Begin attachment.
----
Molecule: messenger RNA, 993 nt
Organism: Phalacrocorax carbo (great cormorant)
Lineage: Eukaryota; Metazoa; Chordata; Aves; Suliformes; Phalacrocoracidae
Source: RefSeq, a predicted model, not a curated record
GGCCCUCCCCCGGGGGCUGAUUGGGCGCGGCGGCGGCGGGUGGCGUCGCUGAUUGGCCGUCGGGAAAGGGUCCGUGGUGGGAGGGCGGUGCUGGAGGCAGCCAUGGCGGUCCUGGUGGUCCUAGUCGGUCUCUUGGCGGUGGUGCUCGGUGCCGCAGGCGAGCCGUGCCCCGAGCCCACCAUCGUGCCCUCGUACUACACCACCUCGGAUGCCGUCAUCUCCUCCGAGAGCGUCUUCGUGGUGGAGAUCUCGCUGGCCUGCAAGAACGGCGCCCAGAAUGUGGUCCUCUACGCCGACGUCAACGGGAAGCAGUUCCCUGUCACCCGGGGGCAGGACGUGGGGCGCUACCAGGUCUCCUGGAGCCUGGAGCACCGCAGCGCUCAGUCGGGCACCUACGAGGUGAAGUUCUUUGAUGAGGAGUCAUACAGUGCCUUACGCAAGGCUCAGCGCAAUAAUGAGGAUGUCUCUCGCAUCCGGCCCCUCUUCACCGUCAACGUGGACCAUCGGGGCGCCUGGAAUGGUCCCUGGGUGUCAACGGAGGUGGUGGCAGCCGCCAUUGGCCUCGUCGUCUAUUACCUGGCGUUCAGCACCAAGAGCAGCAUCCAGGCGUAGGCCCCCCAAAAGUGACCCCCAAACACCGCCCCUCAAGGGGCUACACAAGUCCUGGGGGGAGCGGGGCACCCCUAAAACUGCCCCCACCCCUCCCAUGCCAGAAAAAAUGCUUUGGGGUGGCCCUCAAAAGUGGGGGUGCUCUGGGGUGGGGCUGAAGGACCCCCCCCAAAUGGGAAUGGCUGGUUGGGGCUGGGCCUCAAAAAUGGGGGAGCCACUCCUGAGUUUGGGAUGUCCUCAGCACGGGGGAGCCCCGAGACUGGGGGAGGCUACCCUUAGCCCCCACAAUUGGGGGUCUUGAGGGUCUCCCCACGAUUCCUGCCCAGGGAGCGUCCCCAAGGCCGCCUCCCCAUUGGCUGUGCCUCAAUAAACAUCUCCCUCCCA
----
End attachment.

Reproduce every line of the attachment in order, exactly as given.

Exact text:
Molecule: messenger RNA, 993 nt
Organism: Phalacrocorax carbo (great cormorant)
Lineage: Eukaryota; Metazoa; Chordata; Aves; Suliformes; Phalacrocoracidae
Source: RefSeq, a predicted model, not a curated record
GGCCCUCCCCCGGGGGCUGAUUGGGCGCGGCGGCGGCGGGUGGCGUCGCUGAUUGGCCGUCGGGAAAGGGUCCGUGGUGGGAGGGCGGUGCUGGAGGCAGCCAUGGCGGUCCUGGUGGUCCUAGUCGGUCUCUUGGCGGUGGUGCUCGGUGCCGCAGGCGAGCCGUGCCCCGAGCCCACCAUCGUGCCCUCGUACUACACCACCUCGGAUGCCGUCAUCUCCUCCGAGAGCGUCUUCGUGGUGGAGAUCUCGCUGGCCUGCAAGAACGGCGCCCAGAAUGUGGUCCUCUACGCCGACGUCAACGGGAAGCAGUUCCCUGUCACCCGGGGGCAGGACGUGGGGCGCUACCAGGUCUCCUGGAGCCUGGAGCACCGCAGCGCUCAGUCGGGCACCUACGAGGUGAAGUUCUUUGAUGAGGAGUCAUACAGUGCCUUACGCAAGGCUCAGCGCAAUAAUGAGGAUGUCUCUCGCAUCCGGCCCCUCUUCACCGUCAACGUGGACCAUCGGGGCGCCUGGAAUGGUCCCUGGGUGUCAACGGAGGUGGUGGCAGCCGCCAUUGGCCUCGUCGUCUAUUACCUGGCGUUCAGCACCAAGAGCAGCAUCCAGGCGUAGGCCCCCCAAAAGUGACCCCCAAACACCGCCCCUCAAGGGGCUACACAAGUCCUGGGGGGAGCGGGGCACCCCUAAAACUGCCCCCACCCCUCCCAUGCCAGAAAAAAUGCUUUGGGGUGGCCCUCAAAAGUGGGGGUGCUCUGGGGUGGGGCUGAAGGACCCCCCCCAAAUGGGAAUGGCUGGUUGGGGCUGGGCCUCAAAAAUGGGGGAGCCACUCCUGAGUUUGGGAUGUCCUCAGCACGGGGGAGCCCCGAGACUGGGGGAGGCUACCCUUAGCCCCCACAAUUGGGGGUCUUGAGGGUCUCCCCACGAUUCCUGCCCAGGGAGCGUCCCCAAGGCCGCCUCCCCAUUGGCUGUGCCUCAAUAAACAUCUCCCUCCCA